Europe is forging ahead with not one, but two sixth-generation fighter projects. First, Britain’s BAE Systems Tempest fighter is expected to reach initial operating capability (IOC) in 2035. Meanwhile, the German-French-Spanish Future Combat Air System (FCAS) is slated to enter service by 2040.
Europe’s next-generation fighter ambitions have spurred concerns that there are not enough operational requirements to justify two concurrent projects. As aptly explained by Tony Osborne, Aviation Week’s London bureau chief, these fears are largely misplaced. The Tempest program is an attempt to procure a relatively low-cost fighter, built on a sustainable, future-oriented platform—much like what the F-35 was originally conceived as, prior to the chronic cost overruns and cyclical delays that turned it into what it is today. The FCAS, by contrast, is being developed as a complex and ambitious—as Osborne put it, “gold-plated”—project that more closely resembles Lockheed Martin’s premium F-22 Raptor.
First unveiled at the Farnborough Air Show, the Tempest fighter is a core part of London’s new Combat Air Strategy: a sweeping military modernization program aimed at creating an interoperable, next-generation network of air power platforms. The Tempest fighter is envisioned as an affordable and highly modular platform, able to be configured and reconfigured for a wide range of missions and combat scenarios. Among its more ambitious features is BAE’s unique wearable cockpit system, replacing analog and digital inputs with an augmented reality (AR) display technology and a slew of artificial intelligence-powered functions.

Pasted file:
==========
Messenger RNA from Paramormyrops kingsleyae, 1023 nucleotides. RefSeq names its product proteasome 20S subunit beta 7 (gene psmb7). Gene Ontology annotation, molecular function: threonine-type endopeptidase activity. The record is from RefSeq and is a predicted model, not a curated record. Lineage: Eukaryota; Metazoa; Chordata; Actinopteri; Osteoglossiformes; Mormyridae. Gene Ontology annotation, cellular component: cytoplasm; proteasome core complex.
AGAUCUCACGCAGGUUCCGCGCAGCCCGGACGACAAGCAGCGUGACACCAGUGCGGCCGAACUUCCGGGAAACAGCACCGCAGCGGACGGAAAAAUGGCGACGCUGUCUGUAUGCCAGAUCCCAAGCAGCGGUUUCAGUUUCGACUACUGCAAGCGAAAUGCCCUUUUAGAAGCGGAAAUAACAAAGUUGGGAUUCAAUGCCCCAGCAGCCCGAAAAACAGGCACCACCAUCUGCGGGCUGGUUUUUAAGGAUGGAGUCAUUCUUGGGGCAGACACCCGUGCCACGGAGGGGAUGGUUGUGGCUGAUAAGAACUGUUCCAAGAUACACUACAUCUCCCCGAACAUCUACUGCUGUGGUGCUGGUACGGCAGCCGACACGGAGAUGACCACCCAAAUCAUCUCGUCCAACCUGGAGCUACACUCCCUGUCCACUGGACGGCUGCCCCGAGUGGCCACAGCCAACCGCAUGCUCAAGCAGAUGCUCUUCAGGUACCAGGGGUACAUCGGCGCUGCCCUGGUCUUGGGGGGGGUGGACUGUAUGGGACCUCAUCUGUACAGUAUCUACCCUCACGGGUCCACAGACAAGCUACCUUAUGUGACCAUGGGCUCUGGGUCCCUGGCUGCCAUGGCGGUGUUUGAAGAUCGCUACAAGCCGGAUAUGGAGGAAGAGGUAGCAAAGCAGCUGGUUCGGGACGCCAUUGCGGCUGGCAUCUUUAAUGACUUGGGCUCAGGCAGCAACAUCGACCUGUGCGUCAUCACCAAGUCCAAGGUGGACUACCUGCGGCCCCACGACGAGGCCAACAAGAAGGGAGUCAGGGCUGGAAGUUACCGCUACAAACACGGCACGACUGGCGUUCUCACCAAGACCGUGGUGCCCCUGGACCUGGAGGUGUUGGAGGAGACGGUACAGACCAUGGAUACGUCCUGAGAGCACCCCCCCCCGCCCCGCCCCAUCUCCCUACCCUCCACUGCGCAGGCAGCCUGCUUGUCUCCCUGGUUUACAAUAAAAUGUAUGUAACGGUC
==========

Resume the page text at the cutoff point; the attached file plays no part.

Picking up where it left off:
Despite the Tempest’s focus on cost-conscious development, there remains the looming threat of logistical and financial overextension. Britain is the only “level 1” partner in the F-35 program, as the Royal Air Force and Royal Navy aim to procure a hefty 138 short takeoff/vertical landing F-35Bs. It will be costly for Britain to maintain its commitments under the F-35 partner program while simultaneously developing and producing a homegrown sixth-generation fighter, with experts estimating the latter program to run at least $32.5 billion.
By contrast, the FCAS is a joint development program for a multipurpose fighter that—over the long term—will phase out both Dassault’s Rafale as well as the Eurofighter Typhoon. Although little is known about the FCAS fighter’s concrete capabilities, the plane is expected to adhere to the F-35’s information fusion design philosophy, interfacing with nearby satellites and other friendly aircraft to generate a dynamic picture of the battlefield. It will also be able to direct compatible drone models to execute a variety of reconnaissance, support, and offensive tasks.
In summary, there is little design overlap between these two European fighters and, as a result, scarcely any reason for the two projects to be merged. Nevertheless, there is a broader similarity worth highlighting: the two fighters are too expensive to completely replace their respective countries’ current fleets outright. As such, both projects are shaped around an export-driven development strategy. It remains to be seen exactly how the competition for customers between the Tempest and FCAS fighters plays out over the coming decades, but one thing is clear: given the fundamental design differences between these projects, there is no compelling reason why there can’t be two European sixth-generation fighters.
Mark Episkopos is the new national security reporter for the National Interest.